ALDF joined the NCJFCJ at its Annual Conference in Reno, Nevada in 2022, and presented two sessions regarding the link, including judicial officers discussing their community-based efforts to address the nexus of animal abuse and family violence in their communities and a recent decision in the Supreme Court of the State of Washington finding that animal cruelty may be considered domestic violence.
NCJFCJ created A PSA Template for Promoting Awareness of the Links Between Animal Cruelty and Family Violence, which offers guidance on the development and promotion of video public service announcements by judges and communities and includes step-by-step resources, links, and information on how to create and distribute PSA videos as well as practical examples of community use of PSAs to promote awareness and action.
The NCJFCJ worked with the Honorable Katherine Tennyson (Ret.) to develop a judge-to-judge letter on judicial involvement in addressing the LINK between animal abuse and family violence. In her letter, Judge Tennyson promotes judicial leadership and highlights the National LINK Coalition’s Toolkit for Starting a Link Coalition in Your Community as an example of ways in which judge-led community coalitions can affect change. Developed by NCJFCJ’s partner and member of the Judicial Response to Animal Cruelty Advisory Group Phil Arkow, the Toolkit offers practical tools for community leaders, including judges, for beginning and sustaining a community-based coalition around addressing the link and discusses ways to identify partners, build a coalition, and recommended action planning to encourage, “local solutions to meet local concerns, augmented by additional resources.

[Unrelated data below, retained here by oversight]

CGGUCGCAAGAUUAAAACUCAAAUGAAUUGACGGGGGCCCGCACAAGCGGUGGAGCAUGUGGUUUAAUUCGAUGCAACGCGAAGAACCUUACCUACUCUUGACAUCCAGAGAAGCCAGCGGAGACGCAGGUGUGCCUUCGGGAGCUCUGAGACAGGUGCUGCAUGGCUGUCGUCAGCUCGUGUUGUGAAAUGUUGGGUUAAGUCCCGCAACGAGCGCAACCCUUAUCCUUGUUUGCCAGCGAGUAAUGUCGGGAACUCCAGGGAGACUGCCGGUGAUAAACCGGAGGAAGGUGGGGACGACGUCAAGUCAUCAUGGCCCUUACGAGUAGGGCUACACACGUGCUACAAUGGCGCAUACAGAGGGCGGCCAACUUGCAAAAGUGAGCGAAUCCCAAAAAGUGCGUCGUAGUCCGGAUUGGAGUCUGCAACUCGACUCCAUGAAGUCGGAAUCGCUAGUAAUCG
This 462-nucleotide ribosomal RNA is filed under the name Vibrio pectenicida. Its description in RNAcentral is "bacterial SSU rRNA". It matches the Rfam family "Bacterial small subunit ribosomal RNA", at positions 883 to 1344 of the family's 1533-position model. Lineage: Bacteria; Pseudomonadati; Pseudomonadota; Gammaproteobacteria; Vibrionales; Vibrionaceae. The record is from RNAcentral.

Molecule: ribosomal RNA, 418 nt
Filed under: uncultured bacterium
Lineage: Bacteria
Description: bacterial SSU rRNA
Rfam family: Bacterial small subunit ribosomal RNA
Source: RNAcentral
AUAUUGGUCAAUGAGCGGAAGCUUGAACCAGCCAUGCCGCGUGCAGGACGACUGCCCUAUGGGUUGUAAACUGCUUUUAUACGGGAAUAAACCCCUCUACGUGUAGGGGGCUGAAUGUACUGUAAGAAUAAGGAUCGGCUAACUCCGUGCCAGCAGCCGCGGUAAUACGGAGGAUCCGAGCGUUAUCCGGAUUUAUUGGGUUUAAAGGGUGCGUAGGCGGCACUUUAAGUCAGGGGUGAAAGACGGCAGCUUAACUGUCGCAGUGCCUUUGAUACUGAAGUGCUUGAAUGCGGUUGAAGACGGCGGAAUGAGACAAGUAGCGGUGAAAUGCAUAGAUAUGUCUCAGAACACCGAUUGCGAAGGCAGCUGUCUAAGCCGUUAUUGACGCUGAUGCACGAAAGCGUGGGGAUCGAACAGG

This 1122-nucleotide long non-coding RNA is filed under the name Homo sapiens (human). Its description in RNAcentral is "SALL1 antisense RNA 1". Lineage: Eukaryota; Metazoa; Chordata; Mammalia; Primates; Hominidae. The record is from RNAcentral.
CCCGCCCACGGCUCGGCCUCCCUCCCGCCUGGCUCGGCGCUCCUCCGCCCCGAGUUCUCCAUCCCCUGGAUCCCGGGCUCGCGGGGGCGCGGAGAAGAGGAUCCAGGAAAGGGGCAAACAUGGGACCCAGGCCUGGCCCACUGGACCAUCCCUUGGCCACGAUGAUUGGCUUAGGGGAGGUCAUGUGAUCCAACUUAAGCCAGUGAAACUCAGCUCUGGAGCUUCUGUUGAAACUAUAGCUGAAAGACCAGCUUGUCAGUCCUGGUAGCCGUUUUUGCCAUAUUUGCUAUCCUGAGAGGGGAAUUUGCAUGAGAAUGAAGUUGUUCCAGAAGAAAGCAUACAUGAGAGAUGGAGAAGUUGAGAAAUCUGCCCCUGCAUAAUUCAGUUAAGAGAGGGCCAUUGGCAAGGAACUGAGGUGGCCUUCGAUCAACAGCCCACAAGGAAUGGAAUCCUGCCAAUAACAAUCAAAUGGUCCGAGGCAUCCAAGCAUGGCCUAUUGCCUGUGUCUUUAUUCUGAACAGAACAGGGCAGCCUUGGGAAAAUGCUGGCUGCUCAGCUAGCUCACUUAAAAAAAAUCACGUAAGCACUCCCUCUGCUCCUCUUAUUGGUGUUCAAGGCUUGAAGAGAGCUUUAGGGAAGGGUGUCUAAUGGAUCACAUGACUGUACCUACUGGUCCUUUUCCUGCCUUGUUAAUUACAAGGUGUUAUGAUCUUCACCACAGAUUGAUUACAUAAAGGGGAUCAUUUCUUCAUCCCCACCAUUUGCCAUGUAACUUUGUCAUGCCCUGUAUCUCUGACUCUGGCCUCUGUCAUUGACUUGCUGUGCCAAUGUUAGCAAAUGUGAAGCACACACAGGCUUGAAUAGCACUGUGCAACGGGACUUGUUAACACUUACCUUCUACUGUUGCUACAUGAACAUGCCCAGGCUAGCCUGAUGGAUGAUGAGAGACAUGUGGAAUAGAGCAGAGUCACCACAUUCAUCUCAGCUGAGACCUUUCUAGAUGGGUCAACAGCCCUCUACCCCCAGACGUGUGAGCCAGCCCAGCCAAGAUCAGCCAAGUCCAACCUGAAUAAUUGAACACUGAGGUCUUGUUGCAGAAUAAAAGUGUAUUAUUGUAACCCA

“Local Link coalitions, uniting community organizations and individuals around a common cause of preventing and responding to family violence issues, are creating systemic changes…“
~ From the Toolkit
Click here for more resources on judicial leadership and community coalition building.
NCJFCJ and its partner ALDF have worked with judicial officers and local communities to provide training on the link in Delaware, Virginia and in other communities. Technical assistance, such as review and input on the development of Virginia’s benchcard on the dissolution of protective orders to include animal welfare, is provided upon request and remains and important part of our project. If you are interested in training or technical assistance on the links between animal cruelty and interpersonal violence and what judges need to know and can do, please contact Dr. Martha-Elin Blomquist, NCJFCJ Senior Site Manager, at email@example.com.”
Judicial officers and experts in areas such as domestic violence, child welfare, and animal forensics have co-lead a series of webinars on the link and provided practical guidance for courts and communities on best and promising practices in addressing animal cruelty in the context of the range of cases before family courts that includes juvenile offending, elder abuse, and hoarding.